“The Chinese authorities and policymakers have a strong grip and demonstrated prudent policy measures during bouts of stress in the past. The economics and firepower available by China to actively stimulate have been underestimated,” said Syed Yahya Sultan, Head of Fixed Income Strategy, EmiratesNBD.
The UAE GDP growth is still very oil-dependent and non-oil sectors are being pinched as well. This is what the GCC needs to focus on at a time when its own economic growth forecasts are being lowered.
“Oil and gas is still at least 35% of the UAE GDP, admittedly concentrated in Abu Dhabi. Construction, long haul aviation logistics, retail, services etc. are all played by debt deflation, over capacity and a 30% price rise in U.S. dollar since 2013,” Matein Khalid said.
Graphic: UAE’s real GDP dependence on oil GDP
The IMF in its latest report cut Saudi Arabia’s growth expectations to 1.8 percent, down 0.6 percent from its previous forecast in Oct. 2018. A Reuters poll of 22 economists released on January 23, 2019 also lowered the Gulf Arab economy’s GDP growth expectations – down to 2.1 percent in 2019 compared to a forecast of 2.5 percent three months ago. Signs of fatigue in global growth and concerns of oversupply have pulled oil price assumption down from a forecast of $69 per barrel to an average of $60 per barrel.
At the start of 2019, the GCC is contending with oil output cuts, currency fluctuations, and lower-than-expected growth in the non-oil sectors. The U.S.-China trade standoff and China’s receding economy is not among its main concerns.
China-GCC: Trade and investment
On the flip side, there are benefits to the GCC region being less vulnerable to international trade risks. Asian bond investors are now seeking sanctuary in highly-rated dollar bonds from the Middle East. “Increasing awareness of better credit quality in the Middle East region, coupled with the fact that Saudi Arabia was the biggest issuer of dollar bonds among emerging markets in 2018 and 2017, have lured investors back,” Bloomberg reported.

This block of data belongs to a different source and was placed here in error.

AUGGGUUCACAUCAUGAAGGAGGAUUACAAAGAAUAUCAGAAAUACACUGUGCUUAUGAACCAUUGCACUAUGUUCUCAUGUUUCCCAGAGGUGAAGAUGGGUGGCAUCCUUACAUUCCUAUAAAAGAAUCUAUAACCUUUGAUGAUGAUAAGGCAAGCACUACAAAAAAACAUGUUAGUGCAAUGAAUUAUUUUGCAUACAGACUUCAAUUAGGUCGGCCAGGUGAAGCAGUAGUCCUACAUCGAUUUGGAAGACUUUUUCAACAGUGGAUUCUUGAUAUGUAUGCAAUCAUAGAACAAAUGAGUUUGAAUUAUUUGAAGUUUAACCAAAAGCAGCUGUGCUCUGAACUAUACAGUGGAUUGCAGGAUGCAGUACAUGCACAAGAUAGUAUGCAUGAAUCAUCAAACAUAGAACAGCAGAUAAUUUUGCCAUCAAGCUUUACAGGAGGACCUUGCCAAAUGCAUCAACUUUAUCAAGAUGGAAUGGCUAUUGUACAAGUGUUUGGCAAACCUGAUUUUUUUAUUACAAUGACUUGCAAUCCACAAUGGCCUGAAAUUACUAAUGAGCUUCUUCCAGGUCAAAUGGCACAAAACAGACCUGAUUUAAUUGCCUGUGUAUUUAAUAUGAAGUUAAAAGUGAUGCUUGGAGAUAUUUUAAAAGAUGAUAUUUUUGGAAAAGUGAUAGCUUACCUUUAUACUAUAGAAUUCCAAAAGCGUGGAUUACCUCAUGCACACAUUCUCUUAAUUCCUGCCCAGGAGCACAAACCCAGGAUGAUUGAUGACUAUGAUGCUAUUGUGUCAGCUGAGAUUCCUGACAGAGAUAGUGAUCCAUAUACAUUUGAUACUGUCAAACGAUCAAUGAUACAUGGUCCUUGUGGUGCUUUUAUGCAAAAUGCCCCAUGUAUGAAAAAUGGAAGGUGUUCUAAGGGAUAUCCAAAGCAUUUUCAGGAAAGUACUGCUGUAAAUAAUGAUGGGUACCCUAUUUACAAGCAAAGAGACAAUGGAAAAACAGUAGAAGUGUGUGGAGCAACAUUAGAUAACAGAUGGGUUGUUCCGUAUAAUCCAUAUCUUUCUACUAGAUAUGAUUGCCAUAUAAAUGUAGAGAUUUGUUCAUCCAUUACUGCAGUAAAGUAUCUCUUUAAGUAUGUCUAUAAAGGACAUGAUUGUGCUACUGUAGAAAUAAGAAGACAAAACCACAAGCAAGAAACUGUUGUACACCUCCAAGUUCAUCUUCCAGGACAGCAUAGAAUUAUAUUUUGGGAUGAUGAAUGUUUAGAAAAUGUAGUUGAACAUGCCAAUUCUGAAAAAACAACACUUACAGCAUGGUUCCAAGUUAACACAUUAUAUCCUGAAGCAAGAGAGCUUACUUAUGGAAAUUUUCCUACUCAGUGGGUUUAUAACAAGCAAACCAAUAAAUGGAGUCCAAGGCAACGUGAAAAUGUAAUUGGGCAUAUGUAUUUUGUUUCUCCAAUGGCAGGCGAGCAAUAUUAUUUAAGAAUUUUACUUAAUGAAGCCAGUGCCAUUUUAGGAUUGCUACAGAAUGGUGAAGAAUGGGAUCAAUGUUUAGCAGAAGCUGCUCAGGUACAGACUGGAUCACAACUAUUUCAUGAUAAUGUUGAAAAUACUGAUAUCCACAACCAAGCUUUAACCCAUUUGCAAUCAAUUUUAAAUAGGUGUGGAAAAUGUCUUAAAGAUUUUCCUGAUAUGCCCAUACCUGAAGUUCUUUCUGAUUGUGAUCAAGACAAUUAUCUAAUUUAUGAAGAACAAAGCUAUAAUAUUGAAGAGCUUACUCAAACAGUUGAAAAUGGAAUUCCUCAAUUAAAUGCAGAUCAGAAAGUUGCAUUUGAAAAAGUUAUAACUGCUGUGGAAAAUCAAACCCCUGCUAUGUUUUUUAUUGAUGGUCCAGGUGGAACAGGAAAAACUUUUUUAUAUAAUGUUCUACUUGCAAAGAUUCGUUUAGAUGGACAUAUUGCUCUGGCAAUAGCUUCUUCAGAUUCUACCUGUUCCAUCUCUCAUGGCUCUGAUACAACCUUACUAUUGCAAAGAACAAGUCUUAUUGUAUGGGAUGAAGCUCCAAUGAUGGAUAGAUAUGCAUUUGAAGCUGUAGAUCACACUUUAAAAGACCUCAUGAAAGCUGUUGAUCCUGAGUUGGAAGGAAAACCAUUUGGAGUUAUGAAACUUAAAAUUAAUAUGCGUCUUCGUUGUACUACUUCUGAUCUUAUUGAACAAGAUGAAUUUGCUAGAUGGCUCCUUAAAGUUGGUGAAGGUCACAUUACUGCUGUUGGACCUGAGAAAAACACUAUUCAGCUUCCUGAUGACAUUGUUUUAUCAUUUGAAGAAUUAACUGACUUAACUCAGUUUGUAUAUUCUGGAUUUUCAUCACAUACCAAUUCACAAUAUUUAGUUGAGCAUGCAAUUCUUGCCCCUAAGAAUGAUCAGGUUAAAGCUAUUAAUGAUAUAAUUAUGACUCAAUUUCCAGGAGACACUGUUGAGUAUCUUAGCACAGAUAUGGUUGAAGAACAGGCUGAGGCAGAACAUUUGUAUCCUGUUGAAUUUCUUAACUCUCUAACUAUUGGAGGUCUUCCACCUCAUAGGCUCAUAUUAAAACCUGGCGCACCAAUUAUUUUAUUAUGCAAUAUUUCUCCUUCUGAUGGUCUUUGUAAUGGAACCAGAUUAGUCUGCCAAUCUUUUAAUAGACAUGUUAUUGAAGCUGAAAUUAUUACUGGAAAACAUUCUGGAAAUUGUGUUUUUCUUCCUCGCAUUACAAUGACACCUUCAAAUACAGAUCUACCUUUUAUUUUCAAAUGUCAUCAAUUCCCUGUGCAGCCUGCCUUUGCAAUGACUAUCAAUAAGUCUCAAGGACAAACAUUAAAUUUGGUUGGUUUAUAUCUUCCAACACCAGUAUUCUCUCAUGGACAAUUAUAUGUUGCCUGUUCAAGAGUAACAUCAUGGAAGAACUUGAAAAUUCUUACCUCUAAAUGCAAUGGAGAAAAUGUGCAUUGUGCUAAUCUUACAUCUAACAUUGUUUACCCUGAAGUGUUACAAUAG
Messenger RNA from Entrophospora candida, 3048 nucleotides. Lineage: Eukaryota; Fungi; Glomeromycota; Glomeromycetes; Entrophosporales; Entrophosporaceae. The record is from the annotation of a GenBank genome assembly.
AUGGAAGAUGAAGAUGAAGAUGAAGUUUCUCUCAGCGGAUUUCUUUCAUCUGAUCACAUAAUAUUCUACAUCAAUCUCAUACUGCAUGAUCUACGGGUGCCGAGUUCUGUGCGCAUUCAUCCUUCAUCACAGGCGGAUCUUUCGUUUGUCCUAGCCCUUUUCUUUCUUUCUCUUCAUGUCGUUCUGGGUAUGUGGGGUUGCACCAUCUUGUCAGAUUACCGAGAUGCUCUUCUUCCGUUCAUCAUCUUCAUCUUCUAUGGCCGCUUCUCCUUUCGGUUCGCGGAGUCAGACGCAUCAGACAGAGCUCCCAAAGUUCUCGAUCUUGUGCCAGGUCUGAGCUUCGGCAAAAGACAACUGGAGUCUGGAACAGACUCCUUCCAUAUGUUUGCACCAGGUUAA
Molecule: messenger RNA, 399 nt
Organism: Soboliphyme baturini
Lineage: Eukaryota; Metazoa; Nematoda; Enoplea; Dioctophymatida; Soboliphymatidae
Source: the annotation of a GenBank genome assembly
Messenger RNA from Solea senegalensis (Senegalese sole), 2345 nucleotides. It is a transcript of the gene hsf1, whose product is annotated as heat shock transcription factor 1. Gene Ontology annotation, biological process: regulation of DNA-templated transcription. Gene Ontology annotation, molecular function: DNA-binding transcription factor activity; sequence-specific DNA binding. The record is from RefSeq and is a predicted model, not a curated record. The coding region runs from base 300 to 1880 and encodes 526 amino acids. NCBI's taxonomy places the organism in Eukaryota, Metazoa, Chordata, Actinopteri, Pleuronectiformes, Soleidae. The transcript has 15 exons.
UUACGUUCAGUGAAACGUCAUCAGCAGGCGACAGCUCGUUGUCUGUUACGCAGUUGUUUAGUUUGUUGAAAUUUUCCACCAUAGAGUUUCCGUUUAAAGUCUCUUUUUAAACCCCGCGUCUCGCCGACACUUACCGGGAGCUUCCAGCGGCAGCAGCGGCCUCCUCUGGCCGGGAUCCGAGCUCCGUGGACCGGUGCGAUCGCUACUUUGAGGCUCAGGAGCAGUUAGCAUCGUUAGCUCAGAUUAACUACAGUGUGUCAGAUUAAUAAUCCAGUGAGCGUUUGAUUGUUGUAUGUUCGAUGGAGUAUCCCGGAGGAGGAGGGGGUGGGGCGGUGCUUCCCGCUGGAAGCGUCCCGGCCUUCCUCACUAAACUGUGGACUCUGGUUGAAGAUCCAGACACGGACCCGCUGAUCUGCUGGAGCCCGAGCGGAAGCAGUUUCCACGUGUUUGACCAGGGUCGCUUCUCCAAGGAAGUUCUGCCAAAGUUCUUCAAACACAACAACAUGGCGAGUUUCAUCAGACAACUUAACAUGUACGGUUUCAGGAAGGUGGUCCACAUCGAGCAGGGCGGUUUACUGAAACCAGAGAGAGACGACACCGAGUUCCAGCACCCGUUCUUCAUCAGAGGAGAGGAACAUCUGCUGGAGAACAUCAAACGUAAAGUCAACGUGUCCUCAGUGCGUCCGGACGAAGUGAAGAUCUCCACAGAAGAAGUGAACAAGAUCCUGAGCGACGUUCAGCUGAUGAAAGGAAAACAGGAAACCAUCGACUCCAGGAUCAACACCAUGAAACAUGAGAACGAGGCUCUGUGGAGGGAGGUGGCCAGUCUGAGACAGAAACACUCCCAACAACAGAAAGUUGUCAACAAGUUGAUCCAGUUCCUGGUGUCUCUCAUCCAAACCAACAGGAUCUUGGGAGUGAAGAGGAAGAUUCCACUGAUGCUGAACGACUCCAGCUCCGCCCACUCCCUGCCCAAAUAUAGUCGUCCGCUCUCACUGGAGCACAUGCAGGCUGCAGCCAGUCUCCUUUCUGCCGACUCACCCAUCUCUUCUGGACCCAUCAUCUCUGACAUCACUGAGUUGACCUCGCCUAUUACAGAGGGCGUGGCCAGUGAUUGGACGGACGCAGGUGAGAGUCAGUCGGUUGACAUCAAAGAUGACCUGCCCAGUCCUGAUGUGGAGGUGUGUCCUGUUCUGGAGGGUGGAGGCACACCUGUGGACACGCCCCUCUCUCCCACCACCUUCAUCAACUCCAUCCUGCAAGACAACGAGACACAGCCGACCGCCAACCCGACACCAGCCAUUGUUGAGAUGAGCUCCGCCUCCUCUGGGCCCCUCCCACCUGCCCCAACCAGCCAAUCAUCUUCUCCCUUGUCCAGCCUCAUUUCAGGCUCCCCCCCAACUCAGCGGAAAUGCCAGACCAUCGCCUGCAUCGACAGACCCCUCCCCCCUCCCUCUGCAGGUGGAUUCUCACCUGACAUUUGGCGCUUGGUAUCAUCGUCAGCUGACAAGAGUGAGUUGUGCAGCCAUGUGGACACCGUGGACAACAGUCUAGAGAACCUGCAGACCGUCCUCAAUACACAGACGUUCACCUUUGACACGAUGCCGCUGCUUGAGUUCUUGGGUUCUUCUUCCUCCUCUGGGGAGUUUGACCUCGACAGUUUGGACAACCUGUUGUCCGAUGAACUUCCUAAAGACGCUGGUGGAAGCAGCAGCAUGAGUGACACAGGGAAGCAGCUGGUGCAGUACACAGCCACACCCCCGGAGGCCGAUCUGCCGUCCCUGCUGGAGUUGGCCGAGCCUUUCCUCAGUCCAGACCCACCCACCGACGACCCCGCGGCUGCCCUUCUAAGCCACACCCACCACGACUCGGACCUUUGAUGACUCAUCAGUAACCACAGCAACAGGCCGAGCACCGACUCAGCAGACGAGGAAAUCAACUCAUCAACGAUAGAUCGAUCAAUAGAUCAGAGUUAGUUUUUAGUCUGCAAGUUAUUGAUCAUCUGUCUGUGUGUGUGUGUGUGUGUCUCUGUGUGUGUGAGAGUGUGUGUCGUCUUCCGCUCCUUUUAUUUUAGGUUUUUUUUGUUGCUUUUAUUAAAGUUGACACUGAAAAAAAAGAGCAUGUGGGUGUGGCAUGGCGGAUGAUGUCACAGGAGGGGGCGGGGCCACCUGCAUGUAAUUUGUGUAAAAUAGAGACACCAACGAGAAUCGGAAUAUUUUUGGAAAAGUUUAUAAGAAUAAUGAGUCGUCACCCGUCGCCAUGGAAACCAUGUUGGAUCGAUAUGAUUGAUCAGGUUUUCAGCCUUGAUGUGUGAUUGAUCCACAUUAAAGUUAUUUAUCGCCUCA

China’s investment under the Belt and Road Initiative continues to grow – with majority of the regional opportunities projected in Saudi Arabia, UAE and Kuwait. The GCC region with its strategic partnerships and reciprocal investments with China in infrastructure, manufacturing and financial services, is expected to have an allocation of $2 trillion in the long run. This also fits well into the GCC efforts to diversify and move away from oil, complementing the UAE’s construction boom leading up to the Expo 2020 as well as Saudi Arabia’s Vision 2030 plan. In the first-half of 2018 alone, China marked itself as Dubai’s greatest trade partner with trade volumes totalling $18.8 billion.
President Xi Jinping’s visit to the UAE in 2018 – the first visit by a Chinese leader to the UAE in 29 years – paved the way for the deal between DP World and Zhejiang China Commodities City Group to develop a new traders market at the Jebel Ali Port and Free Zone.
China has also increased its investment in the GCC energy sector. In July 2018, China’s CNPC signed an agreement with ADNOC to explore oil and gas prospects in the UAE. Chinese banks are also providing $2.47 billion in funding for the development of the Hassyan clean coal plant in Dubai. The Kuwait Petroleum Corporation (KPC) is developing a $9 billion oil refinery and a $9 billion petrochemical complex in China’s Guangdong region.